Kremlin responds to US nuclear deal offer
Russia welcomes a US suggestion to hold talks over nuclear weapons, but would like to see concrete proposals from Washington, Kremlin Press Secretary Dmitry Peskov said on Monday.
Speaking to reporters, Peskov was asked to comment on remarks by US National Security Advisor Jake Sullivan, who said last week that the US was ready “to engage in bilateral arms control discussions with Russia and with China, without preconditions.”
He also said that Washington was willing to abide by the core limits set by the 2010 New START treaty, which puts caps on the number of strategic warheads deployed by the two countries, “as long as Russia does [the same]."
Peskov described Sullivan’s statement as “an important and positive” signal. “Of course, we expect it to be supported by real steps via diplomatic channels,” he noted.
Reiterating that Moscow remains open to negotiations on arms control, Peskov added that “first, we should understand how this proposal is formulated.”
However, the spokesman went on to say that when it comes to such an important topic, “it is very difficult to rely on statements in the media, especially when we are experiencing an acute deficit of mutual trust in bilateral relations.”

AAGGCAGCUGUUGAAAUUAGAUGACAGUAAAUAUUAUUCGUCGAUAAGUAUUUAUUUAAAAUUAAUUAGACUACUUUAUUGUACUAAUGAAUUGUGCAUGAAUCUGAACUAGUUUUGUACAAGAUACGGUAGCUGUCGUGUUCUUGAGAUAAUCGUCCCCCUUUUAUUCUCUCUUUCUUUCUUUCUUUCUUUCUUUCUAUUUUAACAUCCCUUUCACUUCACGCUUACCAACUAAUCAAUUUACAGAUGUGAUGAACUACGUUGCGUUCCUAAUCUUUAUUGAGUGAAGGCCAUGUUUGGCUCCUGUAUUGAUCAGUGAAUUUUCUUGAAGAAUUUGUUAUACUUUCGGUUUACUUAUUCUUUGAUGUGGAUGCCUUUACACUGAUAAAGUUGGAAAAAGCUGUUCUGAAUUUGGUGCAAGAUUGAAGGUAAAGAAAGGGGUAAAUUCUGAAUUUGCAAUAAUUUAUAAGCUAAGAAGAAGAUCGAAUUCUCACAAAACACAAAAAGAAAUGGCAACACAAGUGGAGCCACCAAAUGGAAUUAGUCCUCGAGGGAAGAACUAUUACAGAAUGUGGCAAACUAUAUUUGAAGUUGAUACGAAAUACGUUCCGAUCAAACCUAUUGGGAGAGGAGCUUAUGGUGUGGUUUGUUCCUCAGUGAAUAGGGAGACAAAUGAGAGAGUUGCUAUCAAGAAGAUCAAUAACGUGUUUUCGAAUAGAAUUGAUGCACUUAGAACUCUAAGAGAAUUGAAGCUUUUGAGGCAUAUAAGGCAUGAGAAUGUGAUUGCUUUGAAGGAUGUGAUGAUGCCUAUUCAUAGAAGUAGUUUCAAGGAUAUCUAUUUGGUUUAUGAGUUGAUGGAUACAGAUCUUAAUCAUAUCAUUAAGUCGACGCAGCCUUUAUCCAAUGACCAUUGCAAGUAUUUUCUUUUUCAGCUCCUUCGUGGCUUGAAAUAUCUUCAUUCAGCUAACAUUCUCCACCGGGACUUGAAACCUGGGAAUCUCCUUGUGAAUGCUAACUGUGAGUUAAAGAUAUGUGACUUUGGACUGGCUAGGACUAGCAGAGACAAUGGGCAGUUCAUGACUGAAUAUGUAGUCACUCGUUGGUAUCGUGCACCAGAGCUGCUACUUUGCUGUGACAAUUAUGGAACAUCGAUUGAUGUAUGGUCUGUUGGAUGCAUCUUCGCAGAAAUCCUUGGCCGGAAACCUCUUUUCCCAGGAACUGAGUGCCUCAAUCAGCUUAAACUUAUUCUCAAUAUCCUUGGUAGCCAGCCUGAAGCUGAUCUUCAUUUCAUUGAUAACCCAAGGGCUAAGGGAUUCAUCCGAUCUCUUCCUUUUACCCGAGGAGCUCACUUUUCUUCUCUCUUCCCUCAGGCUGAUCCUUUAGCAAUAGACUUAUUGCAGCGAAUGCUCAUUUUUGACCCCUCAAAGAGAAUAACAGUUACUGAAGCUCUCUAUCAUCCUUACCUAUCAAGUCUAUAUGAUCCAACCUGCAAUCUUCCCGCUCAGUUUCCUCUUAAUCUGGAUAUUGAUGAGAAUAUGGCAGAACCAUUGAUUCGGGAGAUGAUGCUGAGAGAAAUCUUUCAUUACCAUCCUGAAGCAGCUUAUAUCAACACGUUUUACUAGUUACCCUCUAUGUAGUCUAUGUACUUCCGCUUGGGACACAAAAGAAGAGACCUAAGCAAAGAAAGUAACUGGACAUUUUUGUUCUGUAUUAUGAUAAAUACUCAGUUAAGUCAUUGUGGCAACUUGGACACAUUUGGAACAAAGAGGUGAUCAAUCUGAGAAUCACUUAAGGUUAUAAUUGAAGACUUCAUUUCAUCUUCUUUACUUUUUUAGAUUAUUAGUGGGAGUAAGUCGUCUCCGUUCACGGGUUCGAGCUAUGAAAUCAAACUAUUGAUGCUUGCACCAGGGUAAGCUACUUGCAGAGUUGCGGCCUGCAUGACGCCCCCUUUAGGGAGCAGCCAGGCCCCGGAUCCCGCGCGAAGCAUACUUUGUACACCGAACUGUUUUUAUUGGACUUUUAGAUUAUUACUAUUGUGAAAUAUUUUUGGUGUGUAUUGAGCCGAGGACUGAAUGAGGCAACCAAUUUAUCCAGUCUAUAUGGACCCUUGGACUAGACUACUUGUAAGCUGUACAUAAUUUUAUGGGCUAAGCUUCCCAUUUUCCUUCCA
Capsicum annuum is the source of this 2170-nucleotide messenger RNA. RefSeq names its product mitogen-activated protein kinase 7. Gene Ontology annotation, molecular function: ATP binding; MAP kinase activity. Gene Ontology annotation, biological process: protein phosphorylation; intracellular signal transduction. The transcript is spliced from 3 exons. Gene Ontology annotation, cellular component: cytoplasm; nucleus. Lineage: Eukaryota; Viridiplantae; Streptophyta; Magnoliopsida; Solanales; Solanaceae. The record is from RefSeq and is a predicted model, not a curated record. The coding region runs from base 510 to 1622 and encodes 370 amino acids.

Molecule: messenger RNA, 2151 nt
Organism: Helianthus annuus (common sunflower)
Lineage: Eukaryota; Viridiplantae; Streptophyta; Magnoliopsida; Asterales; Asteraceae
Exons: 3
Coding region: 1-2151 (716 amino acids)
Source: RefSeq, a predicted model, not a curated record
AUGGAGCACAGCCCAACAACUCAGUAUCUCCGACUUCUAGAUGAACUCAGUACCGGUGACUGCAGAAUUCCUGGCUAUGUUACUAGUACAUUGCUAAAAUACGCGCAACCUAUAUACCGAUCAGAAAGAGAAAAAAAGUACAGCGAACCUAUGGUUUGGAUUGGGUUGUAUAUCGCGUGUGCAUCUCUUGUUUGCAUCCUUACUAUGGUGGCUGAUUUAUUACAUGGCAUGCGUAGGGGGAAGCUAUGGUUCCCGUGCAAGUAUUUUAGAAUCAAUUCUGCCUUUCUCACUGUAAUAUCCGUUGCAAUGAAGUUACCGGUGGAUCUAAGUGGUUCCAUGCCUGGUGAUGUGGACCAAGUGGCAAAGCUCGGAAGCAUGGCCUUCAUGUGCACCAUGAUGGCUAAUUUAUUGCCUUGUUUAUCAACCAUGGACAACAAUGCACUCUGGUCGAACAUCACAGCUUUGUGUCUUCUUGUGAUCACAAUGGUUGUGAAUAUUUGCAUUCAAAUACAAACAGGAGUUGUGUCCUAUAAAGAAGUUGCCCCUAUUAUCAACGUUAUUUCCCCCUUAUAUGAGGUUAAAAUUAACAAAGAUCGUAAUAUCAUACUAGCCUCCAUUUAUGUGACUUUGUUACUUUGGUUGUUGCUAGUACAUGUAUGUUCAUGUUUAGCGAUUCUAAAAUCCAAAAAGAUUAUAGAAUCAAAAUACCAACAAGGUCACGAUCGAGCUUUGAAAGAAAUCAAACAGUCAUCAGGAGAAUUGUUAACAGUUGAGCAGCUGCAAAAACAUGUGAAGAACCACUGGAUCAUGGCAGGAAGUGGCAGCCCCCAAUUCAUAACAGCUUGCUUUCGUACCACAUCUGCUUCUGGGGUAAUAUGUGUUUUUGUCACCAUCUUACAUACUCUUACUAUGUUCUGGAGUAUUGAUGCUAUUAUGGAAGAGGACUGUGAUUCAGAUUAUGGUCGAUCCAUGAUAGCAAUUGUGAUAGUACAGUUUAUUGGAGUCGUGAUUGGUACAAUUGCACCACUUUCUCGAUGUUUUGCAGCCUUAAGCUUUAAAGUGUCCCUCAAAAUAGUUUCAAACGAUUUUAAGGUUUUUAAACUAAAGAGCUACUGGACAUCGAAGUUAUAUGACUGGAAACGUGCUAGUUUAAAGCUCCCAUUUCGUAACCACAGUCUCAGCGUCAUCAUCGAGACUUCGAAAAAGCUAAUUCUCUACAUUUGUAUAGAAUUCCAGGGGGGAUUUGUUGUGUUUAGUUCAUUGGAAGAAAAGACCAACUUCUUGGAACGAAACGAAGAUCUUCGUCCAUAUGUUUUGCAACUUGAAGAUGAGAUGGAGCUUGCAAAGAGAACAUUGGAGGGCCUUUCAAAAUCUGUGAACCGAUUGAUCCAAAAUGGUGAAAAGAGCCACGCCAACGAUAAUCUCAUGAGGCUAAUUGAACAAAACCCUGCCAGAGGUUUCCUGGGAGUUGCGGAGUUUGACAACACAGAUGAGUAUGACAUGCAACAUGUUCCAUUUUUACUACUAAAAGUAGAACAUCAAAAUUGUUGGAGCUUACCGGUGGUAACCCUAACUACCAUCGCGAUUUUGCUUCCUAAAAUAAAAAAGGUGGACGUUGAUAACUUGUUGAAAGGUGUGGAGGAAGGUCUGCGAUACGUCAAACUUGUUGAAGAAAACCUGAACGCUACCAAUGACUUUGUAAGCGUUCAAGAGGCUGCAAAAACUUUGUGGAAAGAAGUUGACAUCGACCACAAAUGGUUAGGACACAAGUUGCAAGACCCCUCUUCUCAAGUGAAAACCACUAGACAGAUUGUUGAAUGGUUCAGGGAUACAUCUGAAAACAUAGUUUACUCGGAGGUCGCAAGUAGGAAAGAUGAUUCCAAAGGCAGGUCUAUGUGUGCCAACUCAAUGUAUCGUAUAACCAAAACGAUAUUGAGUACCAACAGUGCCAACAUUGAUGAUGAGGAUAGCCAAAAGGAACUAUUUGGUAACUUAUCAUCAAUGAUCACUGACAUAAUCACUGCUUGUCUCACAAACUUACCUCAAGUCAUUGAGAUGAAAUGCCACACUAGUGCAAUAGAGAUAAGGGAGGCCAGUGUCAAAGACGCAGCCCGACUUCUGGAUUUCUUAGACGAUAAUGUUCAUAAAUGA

The arms control architecture between Russia and the US has been under considerable strain in recent years. Last August, Russia suspended the inspection regime within New START, the last nuclear agreement between the two countries, claiming that American sanctions over the Ukraine conflict hinder Russian officials from implementing the verification mechanism.
In February, Russian President Vladimir Putin announced that Moscow would suspend its participation in the treaty, citing the refusal of Western powers to permit inspections of their nuclear facilities. He confirmed, though, that Moscow would continue to abide by the deal’s limits on deployed warheads.
He also said that before discussing the agreement’s future, Russia wanted to address not only the American arsenal, but also nuclear weapons fielded by other NATO members, including the UK and France.